Over the Whitsuntide break I set about clearing out some boxes in the attic.
Among a job-lot we had once bought at auction, I found a book published in 1979 called The Charity Commission and the Age of Reform by Richard Thompson. This pulled me up short at the end of a week when the draft Charities Bill had been published and my new role at the commission had been announced. It was fate that I should start reading.
The tome explores the early days of the first Royal Commission of Inquiry, which sat from 1818 to 1837 to look into the "chaotic organisation of charities". In 1853, 10 years after its report was completed, a permanent Board of Charity Commissioners was established, which battled to define the boundaries between anarchy and autonomy by "undertaking countrywide tours to collect evidence".
Those who had looked to this commission as the culmination of a reform agenda were initially disappointed by the lack of finite solutions for bringing order to the charitable world's chaos. It seemed to some you could not - in today's terms - nail this jelly to the wall without also losing the philanthropy, its very essence. However, with the benefit of hindsight, we can now see that it heralded the start of a unique system of support, monitoring and learning for charities based on a consistent methodology for inquiry by the commission.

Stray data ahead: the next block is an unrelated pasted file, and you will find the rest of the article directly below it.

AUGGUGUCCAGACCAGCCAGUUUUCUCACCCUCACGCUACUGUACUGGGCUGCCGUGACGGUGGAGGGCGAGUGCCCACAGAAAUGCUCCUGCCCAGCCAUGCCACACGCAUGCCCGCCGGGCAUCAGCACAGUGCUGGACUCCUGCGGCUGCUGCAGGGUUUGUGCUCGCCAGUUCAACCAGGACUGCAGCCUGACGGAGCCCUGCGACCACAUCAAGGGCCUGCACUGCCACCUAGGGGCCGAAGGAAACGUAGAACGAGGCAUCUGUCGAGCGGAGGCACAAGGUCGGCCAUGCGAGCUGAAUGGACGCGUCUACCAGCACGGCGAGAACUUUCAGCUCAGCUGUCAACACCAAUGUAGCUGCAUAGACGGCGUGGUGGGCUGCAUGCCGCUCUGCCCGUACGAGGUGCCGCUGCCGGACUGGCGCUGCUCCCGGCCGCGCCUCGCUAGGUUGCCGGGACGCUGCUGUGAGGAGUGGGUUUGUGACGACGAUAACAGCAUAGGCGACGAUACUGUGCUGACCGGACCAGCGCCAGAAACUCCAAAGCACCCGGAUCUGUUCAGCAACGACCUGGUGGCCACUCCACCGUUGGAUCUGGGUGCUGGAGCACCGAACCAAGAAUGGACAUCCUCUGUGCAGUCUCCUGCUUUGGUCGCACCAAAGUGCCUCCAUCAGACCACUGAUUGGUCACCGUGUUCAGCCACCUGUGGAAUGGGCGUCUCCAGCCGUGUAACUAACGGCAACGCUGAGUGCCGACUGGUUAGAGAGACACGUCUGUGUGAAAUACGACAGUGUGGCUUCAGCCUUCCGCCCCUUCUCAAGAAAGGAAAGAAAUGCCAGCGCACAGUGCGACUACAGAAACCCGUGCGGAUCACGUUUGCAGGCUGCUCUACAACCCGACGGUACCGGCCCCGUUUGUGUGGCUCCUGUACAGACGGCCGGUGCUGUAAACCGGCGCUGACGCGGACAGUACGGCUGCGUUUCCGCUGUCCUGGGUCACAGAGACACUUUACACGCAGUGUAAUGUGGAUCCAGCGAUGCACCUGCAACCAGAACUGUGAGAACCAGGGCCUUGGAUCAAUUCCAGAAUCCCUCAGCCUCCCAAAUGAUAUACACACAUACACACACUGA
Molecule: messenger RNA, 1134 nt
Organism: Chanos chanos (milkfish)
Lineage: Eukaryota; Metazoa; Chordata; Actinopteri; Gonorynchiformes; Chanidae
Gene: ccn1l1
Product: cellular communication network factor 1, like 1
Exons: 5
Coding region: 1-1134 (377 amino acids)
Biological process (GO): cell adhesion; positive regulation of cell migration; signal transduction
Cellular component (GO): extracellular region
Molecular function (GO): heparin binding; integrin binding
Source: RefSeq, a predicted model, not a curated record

The commission also provided an interesting bridge, as it still does, between judiciary, administration and education. The new role outlined for the commission in the draft Charities Bill builds on this and defines a crucial part for it to play in enabling a new era for charity. The Bill anticipates regulation that empowers citizens and organisations, enabling them to find their own balance between risk and responsibility in building social capital for public benefit. It also promises an unleashing of energy within our sector as it comes of age, combining entrepreneurial zeal with social responsibility.
Next to the book on the Charity Commission was one by Philip Larkin and, in a poem appositely entitled Whitsun Weddings, I found words that seemed to sum up this impetus: "...and what it held/Stood ready to be loosed with all the power/ That being changed can give."
Geraldine Peacock is a charity commissioner and a civil service commissioner, but writes in a personal capacity.